Requirements Paste (Photo credit: C_Knaus)
In his book Agile Management for Software Engineering, David Anderson draws a parallel between software production and manufacturing production.
In manufacturing, you start with raw inventory (say, steel) that has a certain cost. This inventory then goes through the chain of operations necessary to transform it into some product that has more value (throughput).
In software development, ideas/requirements/feature requests are the inventory. They are the raw materials that get transformed into something that has more value. This seems reasonably straightforward but, if accurate, it has some pretty big ramifications for businesses and how they handle their requirements.
This inventory is expensive.
When a manufacturing plant buys steel, this has a cost associated with it. If a plant wants to be profitable and generate a good ROI, they buy enough inventory to keep production flowing but no more. It’s a waste of money to buy raw materials you can’t put to use, and there are all kinds of associated costs with holding on to lots of inventory, such as storage, etc.
As I have noted earlier, requirements aren’t free. It costs money to generate them. It costs money for executives to have meetings to come up with ideas. It costs money to get those ideas into a format where they could be made into a product. It costs money to record them. It costs money to update them. In larger organizations, there may even be business analysts who also factor into that cost.
The fact is, it actually costs a great deal of money to generate and maintain requirements. Why most organizations don’t take this cost seriously, I’ll never know.
The inventory can only be processed at a given rate of speed.
If a manufacturing plant can only process 10 tons of a steel a week, it’s a huge waste of money to buy 50,000 tons of steel at a time. Not only am I spending a huge amount of money for that inventory, but I have to store it. Furthermore, there is no way all that steel will become a valuable product nearly fast enough to recoup my investment.
What I want to do, instead, is buy enough steel to match our capacity and a little bit more as a buffer so that my plant doesn’t go idle waiting for more steel. The ideal amount of steel to have on hand is the amount my plant can be making into valuable product at any given time.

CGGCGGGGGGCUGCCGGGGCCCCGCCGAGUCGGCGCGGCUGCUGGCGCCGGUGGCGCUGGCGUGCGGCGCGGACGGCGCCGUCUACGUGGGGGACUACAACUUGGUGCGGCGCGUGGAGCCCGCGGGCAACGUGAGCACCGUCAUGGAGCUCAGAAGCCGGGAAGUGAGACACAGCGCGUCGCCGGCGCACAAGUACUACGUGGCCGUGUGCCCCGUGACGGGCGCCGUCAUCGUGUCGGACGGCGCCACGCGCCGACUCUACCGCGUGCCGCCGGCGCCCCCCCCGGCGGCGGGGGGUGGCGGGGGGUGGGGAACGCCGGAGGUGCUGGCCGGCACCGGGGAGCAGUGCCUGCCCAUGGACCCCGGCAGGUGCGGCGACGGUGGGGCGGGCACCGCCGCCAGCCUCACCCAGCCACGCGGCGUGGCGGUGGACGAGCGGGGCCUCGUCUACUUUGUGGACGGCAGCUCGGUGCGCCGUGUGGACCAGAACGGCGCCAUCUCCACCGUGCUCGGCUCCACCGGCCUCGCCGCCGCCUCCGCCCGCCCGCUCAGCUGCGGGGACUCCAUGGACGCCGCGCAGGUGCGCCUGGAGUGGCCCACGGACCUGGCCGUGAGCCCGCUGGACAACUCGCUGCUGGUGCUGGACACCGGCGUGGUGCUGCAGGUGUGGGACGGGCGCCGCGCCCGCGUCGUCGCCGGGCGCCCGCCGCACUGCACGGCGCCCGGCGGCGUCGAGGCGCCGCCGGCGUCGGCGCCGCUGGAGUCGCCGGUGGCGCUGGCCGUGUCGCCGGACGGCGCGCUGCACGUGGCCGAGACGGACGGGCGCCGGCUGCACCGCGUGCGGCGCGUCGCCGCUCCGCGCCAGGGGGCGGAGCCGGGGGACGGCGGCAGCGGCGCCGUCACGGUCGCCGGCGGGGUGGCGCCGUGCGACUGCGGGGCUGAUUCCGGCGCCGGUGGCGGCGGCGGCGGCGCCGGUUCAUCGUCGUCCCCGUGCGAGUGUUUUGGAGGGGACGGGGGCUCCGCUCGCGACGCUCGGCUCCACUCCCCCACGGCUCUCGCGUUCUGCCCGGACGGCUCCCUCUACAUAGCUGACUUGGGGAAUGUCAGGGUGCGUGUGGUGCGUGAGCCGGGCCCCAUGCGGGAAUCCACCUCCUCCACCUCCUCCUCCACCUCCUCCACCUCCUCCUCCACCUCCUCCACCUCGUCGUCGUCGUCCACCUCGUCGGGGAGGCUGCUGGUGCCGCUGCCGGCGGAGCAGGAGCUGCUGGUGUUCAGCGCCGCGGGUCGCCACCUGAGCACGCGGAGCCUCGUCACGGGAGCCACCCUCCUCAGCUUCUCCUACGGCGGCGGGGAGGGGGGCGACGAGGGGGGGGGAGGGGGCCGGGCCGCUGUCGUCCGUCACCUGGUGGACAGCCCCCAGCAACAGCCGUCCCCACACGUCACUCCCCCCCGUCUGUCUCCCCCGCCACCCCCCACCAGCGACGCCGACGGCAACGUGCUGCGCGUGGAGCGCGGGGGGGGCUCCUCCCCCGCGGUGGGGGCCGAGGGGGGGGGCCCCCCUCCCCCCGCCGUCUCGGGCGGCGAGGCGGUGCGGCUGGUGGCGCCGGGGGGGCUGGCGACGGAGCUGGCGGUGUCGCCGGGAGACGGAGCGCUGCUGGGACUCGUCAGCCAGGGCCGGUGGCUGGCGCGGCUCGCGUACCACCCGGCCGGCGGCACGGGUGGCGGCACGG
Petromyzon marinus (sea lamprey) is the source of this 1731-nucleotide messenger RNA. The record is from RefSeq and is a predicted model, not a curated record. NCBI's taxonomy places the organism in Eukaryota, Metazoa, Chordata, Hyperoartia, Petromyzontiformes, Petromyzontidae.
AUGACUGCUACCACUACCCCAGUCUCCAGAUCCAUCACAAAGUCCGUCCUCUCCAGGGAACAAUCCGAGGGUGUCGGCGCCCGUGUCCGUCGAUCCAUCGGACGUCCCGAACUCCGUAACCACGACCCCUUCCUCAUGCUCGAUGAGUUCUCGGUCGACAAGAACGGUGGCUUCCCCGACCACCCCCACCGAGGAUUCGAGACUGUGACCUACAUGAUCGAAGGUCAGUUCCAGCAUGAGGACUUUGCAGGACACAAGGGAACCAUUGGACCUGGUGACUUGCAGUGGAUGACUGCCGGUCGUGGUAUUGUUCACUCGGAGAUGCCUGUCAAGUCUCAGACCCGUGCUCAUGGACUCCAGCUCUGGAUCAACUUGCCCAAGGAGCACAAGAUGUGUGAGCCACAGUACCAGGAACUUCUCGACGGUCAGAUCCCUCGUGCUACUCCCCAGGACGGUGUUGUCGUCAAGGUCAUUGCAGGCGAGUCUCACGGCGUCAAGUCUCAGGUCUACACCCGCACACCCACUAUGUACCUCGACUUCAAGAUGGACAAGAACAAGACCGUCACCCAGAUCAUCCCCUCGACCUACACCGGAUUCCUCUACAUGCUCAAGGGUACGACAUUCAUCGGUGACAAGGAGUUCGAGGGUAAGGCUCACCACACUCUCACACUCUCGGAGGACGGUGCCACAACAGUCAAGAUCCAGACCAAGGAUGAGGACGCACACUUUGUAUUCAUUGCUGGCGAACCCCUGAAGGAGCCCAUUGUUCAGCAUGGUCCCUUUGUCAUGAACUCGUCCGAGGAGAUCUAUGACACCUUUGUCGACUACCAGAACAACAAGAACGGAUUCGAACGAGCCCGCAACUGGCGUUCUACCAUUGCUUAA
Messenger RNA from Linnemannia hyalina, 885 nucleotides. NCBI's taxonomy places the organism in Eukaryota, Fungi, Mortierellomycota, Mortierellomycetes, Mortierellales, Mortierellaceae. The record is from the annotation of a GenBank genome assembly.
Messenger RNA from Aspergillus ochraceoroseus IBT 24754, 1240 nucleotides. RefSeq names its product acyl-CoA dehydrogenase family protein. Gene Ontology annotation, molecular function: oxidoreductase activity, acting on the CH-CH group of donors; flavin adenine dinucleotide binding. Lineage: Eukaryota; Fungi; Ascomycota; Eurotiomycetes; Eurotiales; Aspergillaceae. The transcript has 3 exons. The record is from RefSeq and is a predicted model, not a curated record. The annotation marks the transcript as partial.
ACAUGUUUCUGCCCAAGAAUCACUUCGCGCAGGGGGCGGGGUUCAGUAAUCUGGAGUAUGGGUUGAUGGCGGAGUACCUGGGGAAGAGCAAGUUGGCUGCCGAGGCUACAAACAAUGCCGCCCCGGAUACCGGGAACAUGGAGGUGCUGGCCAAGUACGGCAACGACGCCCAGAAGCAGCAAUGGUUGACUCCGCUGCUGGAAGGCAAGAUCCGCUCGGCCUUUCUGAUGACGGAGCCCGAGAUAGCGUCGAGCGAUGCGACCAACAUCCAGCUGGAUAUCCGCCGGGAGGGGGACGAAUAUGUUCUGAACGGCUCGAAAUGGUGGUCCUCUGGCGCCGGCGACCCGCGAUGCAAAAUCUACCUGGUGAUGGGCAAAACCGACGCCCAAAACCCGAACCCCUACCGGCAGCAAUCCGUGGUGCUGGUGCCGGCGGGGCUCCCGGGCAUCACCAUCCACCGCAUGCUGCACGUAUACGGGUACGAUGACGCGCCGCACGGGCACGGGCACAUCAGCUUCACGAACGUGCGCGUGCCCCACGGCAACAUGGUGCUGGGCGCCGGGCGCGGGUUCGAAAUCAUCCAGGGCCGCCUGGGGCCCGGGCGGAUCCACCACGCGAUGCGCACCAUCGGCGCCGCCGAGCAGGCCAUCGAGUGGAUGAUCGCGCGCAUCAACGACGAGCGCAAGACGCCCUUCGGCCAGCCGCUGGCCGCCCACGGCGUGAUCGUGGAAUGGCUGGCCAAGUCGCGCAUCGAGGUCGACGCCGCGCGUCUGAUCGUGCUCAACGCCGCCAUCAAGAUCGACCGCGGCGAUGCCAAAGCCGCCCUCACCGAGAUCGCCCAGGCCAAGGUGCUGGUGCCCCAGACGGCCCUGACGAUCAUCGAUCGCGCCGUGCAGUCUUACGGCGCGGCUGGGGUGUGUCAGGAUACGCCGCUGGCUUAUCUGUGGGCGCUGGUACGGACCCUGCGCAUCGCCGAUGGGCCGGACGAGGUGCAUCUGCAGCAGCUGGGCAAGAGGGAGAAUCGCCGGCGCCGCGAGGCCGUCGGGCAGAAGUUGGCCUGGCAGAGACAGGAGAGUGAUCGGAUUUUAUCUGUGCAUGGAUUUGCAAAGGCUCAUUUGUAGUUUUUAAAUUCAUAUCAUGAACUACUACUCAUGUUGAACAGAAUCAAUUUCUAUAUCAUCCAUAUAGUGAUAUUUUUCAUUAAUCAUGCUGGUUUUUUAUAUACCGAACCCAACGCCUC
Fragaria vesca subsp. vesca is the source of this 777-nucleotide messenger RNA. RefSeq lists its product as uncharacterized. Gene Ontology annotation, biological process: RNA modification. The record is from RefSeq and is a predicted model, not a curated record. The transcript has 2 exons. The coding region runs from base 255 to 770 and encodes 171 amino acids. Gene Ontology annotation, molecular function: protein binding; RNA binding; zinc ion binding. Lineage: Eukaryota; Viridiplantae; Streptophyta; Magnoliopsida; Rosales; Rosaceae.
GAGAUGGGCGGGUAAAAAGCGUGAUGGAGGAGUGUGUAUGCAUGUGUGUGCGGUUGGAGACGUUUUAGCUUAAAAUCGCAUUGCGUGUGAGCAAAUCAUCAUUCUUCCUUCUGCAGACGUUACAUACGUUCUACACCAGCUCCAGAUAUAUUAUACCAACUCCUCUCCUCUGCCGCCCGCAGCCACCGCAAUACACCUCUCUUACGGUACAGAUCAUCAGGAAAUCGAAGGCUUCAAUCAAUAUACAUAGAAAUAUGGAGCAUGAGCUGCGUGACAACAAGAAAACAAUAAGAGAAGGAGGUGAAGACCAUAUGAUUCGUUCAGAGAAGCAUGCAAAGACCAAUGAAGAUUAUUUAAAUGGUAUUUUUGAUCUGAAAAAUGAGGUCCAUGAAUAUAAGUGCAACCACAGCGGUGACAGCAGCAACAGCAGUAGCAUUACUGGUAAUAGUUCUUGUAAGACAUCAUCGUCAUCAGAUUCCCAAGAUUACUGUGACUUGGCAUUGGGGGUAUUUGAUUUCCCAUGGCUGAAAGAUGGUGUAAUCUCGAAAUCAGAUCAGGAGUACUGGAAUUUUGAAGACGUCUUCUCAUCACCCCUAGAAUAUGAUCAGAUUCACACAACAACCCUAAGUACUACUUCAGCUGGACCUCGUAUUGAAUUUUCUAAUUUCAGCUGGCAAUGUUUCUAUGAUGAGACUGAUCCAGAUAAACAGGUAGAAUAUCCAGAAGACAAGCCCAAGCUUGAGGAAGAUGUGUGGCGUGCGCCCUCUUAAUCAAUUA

Requirements are the same way. There is no reason to put together a hundred page requirements document and give that to the developers. It’ll take months and months to produce all those requirements. What I want to do is procure enough requirements to keep everyone busy and with a buffer so no one goes idle. Why spend all the money nailing down Requirement #197 when Requirement #197 won’t be built until a year from now, if at all?
This inventory degrades in value over time.
Steel isn’t a great analogy for requirements because steel lasts a long time and is just as good ten years from now as it is, today. You have to store it, but it doesn’t seriously degrade over time.
For software, the requirements do degrade over time. Business rules change. Markets change. Strategies and initiatives change. Priorities change. Regulations change. Technology changes. This quarter’s Super Important Project is next quarter’s back burner.
Therefore, as soon as a requirement comes into being, it’s a race against time to turn that into a valuable product, because the value of that requirement and the value of what you produce with it starts to drop almost immediately until, eventually, it’s not even worth turning the requirement into a product. It’s too stale and no longer reflects the business and market realities that drove it in the first place.
Maybe a better analogy for requirements as inventory would be like milk for an ice cream production plant. It’s just going to go bad over time. It needs to become ice cream in a hurry, because it’s not going to be a viable substance forever.
This fact alone speaks to the destructiveness of a traditional Waterfall model of building software or doing projects. The more time that goes between getting a requirement into throughput, the more value is lost. If you spend all that time getting all the requirements, doing design, etc., building all at once, then releasing all at once, the odds are very good many of your requirements have much less value or no value at all. ROI goes through the floor.
Don’t have too much inventory at any given time.
All of this seems to tell us that, if you want to waste the least amount of money and generate the highest value in your throughput, the best strategy looks something like this:
- Only high-value features should be requested. If a feature isn’t worth $1000, don’t spend $1000 talking about it and documenting it.
- Only generate enough requirements to keep the developers busy with a small buffer so they don’t have to wait for more things to do.
- Get a requirement into releasable value as quickly as possible. Don’t wait for the other requirements to be done.